If the power flow is detected to be equal or less than a threshold level, such as when it is sensed by the microcontroller 34 that the voltage drop over the first resistance is equal or less than a predetermined level (block 104), then the power control circuitry 28 may restrict the power flowing through the system 10 between the power input 24 and the power output 26 (block 110) to a predetermined degree, such as by the microcontroller 34 causing the triac circuit 33 to restrict, or even block, the flow of power through the triac circuit and as a result between the input 24 and output 26. The monitoring means 28 may wait for a predetermined period (block 112) before again permitting an unrestricted flow of power through the system 10 between the input 24 and output 26 (block 100).

Optionally, in other implementations, the system 10 may be embodied as an integral part of the device 4 with the transformer 2 and may utilize various elements of the device 4 in performing the functions set forth. For example, the system 10 may be incorporated into the same housing as the transformer positioned on the power cord. Also, the system 10 may be incorporated into a power outlet strip which includes a plug that is inserted into an electrical outlet, and which includes a housing on which one or more outlets are located.

It should also be recognized that the function of the microcontroller may be performed by any suitable element or elements, such as hardwired circuitry or programmable logic, that performs the functions disclosed herein.

Aspects of the system are disclosed in the description and related drawings directed to specific embodiments of the system. Alternate embodiments may be devised without departing from the scope of the disclosure. Additionally, well-known elements of the system of the disclosure will not be described in detail or will be omitted so as not to obscure the relevant details of the disclosure.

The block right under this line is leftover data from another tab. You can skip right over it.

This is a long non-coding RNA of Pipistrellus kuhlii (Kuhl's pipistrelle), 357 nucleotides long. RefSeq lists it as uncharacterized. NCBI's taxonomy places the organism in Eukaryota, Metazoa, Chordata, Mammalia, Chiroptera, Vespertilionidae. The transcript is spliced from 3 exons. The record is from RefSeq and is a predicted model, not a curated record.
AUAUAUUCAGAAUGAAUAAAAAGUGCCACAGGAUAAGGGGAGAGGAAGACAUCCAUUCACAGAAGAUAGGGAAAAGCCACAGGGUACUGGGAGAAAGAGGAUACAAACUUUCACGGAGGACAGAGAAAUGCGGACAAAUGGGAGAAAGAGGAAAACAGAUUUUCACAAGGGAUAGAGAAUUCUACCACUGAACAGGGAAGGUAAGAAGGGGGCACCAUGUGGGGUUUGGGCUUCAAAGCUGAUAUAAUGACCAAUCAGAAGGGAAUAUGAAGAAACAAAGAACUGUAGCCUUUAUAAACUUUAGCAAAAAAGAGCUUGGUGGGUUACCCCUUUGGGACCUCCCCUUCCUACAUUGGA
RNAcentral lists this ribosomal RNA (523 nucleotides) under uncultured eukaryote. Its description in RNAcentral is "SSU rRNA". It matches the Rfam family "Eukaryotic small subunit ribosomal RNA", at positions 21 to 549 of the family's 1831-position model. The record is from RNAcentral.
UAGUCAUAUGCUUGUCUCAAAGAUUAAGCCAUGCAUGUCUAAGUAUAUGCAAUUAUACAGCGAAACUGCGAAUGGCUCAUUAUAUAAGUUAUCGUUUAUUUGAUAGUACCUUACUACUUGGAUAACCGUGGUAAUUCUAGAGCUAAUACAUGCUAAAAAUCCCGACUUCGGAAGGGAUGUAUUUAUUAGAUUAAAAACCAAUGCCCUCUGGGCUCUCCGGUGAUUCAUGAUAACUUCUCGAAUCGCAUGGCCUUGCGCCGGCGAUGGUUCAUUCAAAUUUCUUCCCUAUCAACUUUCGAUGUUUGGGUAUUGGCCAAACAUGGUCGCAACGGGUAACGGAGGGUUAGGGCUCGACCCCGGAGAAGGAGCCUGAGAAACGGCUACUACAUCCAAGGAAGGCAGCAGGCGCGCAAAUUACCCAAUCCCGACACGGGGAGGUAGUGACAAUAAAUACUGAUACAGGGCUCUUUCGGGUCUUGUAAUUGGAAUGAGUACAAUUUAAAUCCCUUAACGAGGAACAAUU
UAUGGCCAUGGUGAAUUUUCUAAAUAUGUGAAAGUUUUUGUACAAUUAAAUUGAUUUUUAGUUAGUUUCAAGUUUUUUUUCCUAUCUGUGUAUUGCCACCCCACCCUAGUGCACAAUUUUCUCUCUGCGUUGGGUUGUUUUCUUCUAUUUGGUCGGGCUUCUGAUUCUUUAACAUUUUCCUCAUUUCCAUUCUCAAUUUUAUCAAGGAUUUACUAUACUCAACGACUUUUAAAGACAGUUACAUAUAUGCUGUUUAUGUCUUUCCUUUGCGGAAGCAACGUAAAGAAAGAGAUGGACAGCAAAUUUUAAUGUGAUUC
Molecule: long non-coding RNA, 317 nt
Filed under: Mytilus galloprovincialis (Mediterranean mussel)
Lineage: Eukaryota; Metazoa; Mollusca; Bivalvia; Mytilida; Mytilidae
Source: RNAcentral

Although specific embodiments have been illustrated and described herein, it should be appreciated that any arrangement calculated to achieve the same purpose may be substituted for the specific embodiments shown. This disclosure is intended to cover any and all adaptations or variations of various embodiments. It is to be understood that the above description has been made in an illustrative fashion, and not a restrictive one. Combinations of the above embodiments, and other embodiments not specifically described herein will be apparent to those of skill in the art upon reviewing the above description. Thus, the scope of various embodiments includes any other applications in which the above compositions, structures, and methods are used.

As the following claims reflect, inventive subject matter lies in less than all features of a single disclosed embodiment. Thus the following claims are hereby incorporated into the Detailed Description, with each claim standing on its own as a separate preferred embodiment. In the appended claims, the terms “including” and “in which” are used as the plain-English equivalents of the respective terms “comprising” and “wherein,” respectively. Moreover, the terms “first,” “second,” and “third,” etc. are used merely as labels, and are not intended to impose numerical requirements on their objects. Further, where the term “substantially” is used, it is intended to mean “for the most part” or “being largely but not wholly that which is specified”.

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Classifications
U.S. Classification713/300, 307/17, 307/29, 713/340, 324/119, 320/111, 702/64, 324/120, 323/355, 320/148, 307/31, 702/60, 363/74, 323/364, 713/320
International ClassificationH02J3/00, G01R19/22, G01R21/00, H03H3/00, G01R19/18, H02J7/04, H02J7/02, G01R19/00, H01F17/00, H02M7/5383, G06F1/26, G06F1/00
Cooperative ClassificationH02J9/005
European ClassificationH02J9/00S
Legal Events
DateCodeEventDescription
May 28, 2008ASAssignment
Owner name: GATEWAY, INC.,CALIFORNIA
Free format text: ASSIGNMENT OF ASSIGNORS INTEREST;ASSIGNOR:LOVE, JOHN;US-ASSIGNMENT DATABASE UPDATED:20100427;REEL/FRAME:21056/763
Effective date: 20080424
Free format text: ASSIGNMENT OF ASSIGNORS INTEREST;ASSIGNOR:LOVE, JOHN;REEL/FRAME:021056/0763
Owner name: GATEWAY, INC., CALIFORNIA